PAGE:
Last night Zingerman’s Deli popped on the NYTimes front page. They are celebrating their 25th anniversary. I think most mild-minded Ann Arborites have a love-hate relationship with Zingerman’s. The sandwiches are clearly superior to anything else I have had, but does that justify the $13 cost? Similarly, they are a great source of high quality deli items, many of which you can’t get anywhere else around, but again is the high cost worth it? In some cases, such as the tea and the olive oil I find the cost clearly not worthwhile. On the otherhand, bread, hot chocolate and gelato are some of the things that I really enjoy buying there, despite the price. Plus, it’s handy that they are only 1 block away from my house and open until 10. The customer service is also a mixed bag: they are ultra friendly and the samples flow freely, but often the praise they heap upon their products is so much as to be feel synthetic and pushy.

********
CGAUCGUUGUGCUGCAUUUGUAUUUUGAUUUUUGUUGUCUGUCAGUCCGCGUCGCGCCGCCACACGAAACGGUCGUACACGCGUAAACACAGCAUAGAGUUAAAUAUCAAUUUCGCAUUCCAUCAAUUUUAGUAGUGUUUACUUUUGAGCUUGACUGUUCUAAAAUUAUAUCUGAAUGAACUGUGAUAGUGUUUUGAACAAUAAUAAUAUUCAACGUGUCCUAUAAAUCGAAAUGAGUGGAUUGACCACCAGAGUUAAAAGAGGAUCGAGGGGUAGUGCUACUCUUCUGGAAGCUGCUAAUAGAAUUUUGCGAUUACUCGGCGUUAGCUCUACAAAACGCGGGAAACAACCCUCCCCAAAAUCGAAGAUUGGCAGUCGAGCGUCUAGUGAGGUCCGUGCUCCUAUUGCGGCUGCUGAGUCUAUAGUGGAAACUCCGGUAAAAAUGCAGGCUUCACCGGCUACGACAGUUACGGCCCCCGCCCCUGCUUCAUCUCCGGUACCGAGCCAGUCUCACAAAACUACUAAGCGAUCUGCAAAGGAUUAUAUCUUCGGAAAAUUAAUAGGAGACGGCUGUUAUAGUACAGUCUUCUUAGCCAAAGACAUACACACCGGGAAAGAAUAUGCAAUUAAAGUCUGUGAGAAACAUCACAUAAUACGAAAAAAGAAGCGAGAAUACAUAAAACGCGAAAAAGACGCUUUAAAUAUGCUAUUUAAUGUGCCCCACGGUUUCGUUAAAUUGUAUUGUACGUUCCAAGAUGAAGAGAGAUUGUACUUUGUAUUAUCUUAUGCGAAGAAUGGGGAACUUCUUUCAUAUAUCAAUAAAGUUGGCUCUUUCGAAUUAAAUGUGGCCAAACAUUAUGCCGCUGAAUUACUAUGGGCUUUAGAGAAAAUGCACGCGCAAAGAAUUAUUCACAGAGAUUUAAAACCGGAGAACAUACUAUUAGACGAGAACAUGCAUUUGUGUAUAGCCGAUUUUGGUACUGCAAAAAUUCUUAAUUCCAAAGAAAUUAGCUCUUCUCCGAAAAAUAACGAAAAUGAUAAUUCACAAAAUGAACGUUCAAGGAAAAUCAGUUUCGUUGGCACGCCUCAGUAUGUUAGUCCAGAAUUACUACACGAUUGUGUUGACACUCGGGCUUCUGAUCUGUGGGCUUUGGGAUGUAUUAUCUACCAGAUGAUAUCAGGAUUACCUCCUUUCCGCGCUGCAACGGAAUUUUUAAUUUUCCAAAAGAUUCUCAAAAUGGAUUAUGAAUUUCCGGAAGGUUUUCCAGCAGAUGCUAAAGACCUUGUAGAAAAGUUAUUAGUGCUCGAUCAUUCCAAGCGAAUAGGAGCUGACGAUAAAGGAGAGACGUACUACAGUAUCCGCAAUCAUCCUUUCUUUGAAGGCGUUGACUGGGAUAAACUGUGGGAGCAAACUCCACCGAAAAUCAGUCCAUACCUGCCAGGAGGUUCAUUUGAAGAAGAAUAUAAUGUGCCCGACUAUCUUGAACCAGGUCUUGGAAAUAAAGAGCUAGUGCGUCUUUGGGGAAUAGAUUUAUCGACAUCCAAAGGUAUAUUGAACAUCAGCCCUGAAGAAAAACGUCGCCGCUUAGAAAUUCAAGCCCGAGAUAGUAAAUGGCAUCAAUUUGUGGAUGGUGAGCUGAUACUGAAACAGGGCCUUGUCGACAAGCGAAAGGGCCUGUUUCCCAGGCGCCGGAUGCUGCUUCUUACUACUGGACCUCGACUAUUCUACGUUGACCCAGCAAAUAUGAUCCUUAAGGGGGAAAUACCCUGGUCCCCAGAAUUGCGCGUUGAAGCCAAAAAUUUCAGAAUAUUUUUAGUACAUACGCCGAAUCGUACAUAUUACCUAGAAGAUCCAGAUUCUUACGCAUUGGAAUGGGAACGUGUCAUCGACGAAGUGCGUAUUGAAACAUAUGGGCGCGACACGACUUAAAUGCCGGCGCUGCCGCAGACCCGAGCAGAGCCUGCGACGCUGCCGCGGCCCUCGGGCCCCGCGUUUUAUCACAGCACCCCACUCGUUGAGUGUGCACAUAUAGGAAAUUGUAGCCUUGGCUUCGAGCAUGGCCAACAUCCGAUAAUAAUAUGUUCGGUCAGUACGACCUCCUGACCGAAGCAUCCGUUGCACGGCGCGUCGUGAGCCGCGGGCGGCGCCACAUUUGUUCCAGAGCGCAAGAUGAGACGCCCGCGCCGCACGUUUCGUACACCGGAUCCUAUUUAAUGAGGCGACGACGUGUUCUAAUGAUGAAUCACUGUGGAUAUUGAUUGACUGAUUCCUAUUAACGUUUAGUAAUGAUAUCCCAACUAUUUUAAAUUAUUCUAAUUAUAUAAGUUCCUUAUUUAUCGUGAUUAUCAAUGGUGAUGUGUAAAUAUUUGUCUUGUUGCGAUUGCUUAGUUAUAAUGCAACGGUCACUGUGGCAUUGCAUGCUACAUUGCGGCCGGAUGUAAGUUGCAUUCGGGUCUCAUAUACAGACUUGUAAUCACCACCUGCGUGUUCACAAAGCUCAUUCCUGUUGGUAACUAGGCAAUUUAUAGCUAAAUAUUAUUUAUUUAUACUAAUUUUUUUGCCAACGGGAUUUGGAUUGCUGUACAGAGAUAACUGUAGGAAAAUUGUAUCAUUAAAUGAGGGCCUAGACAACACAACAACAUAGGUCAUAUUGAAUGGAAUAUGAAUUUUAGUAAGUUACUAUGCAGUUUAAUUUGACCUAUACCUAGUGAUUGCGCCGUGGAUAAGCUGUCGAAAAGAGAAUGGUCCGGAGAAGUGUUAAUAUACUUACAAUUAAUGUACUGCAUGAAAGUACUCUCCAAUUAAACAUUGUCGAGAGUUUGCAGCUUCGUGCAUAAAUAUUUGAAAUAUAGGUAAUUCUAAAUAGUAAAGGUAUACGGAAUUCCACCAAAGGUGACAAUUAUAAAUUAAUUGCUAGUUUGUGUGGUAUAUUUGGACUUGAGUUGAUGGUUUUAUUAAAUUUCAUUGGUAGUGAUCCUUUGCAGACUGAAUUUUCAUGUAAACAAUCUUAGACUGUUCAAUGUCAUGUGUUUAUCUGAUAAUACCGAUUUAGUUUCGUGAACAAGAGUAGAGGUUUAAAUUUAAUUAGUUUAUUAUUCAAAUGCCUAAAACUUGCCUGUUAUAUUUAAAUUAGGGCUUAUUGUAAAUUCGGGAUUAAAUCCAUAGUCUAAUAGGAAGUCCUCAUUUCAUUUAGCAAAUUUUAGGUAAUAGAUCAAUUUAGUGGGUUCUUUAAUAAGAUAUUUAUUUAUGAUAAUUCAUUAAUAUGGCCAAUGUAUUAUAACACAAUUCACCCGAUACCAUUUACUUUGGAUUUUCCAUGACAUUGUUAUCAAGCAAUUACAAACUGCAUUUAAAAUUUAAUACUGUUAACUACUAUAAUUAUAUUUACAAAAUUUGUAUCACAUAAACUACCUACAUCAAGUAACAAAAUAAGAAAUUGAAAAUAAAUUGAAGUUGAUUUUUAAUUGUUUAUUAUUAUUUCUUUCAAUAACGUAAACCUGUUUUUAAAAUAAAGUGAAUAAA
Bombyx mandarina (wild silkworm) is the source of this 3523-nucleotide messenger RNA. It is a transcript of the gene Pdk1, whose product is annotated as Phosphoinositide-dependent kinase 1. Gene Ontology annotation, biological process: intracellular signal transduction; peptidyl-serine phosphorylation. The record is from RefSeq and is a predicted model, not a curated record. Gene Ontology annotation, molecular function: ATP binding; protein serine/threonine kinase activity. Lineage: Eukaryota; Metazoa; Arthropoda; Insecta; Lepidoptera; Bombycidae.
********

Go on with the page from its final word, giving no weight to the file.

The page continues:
You should check out the multimedia presentation that goes with the article, the cake Monica bought to celebrate my preliminary exam (I passed!) is in photo number 7 (the “Drum cake”). It’s pretty much a whipped and colored stick of sweet butter, not that there is anything wrong with that.
Pardon the mess. I’m upgrading the software this blog runs on (WordPress) and making some changes. For a while some things might not work correctly. Hopefully this will stabalize soon and I might even put up a few entries!
The Aqua Teen Hunger Force “bomb scare” in Boston is the stupidist thing I have heard about in a while. One certainly should take a close look at circuit boards that suddenly appear under overpasses or in subways, but how could so many people be so clueless as to escalate this to a day-long freak out.
“It had a very sinister appearance,” [Attorney General] Coakley told reporters. “It had a battery behind it, and wires.”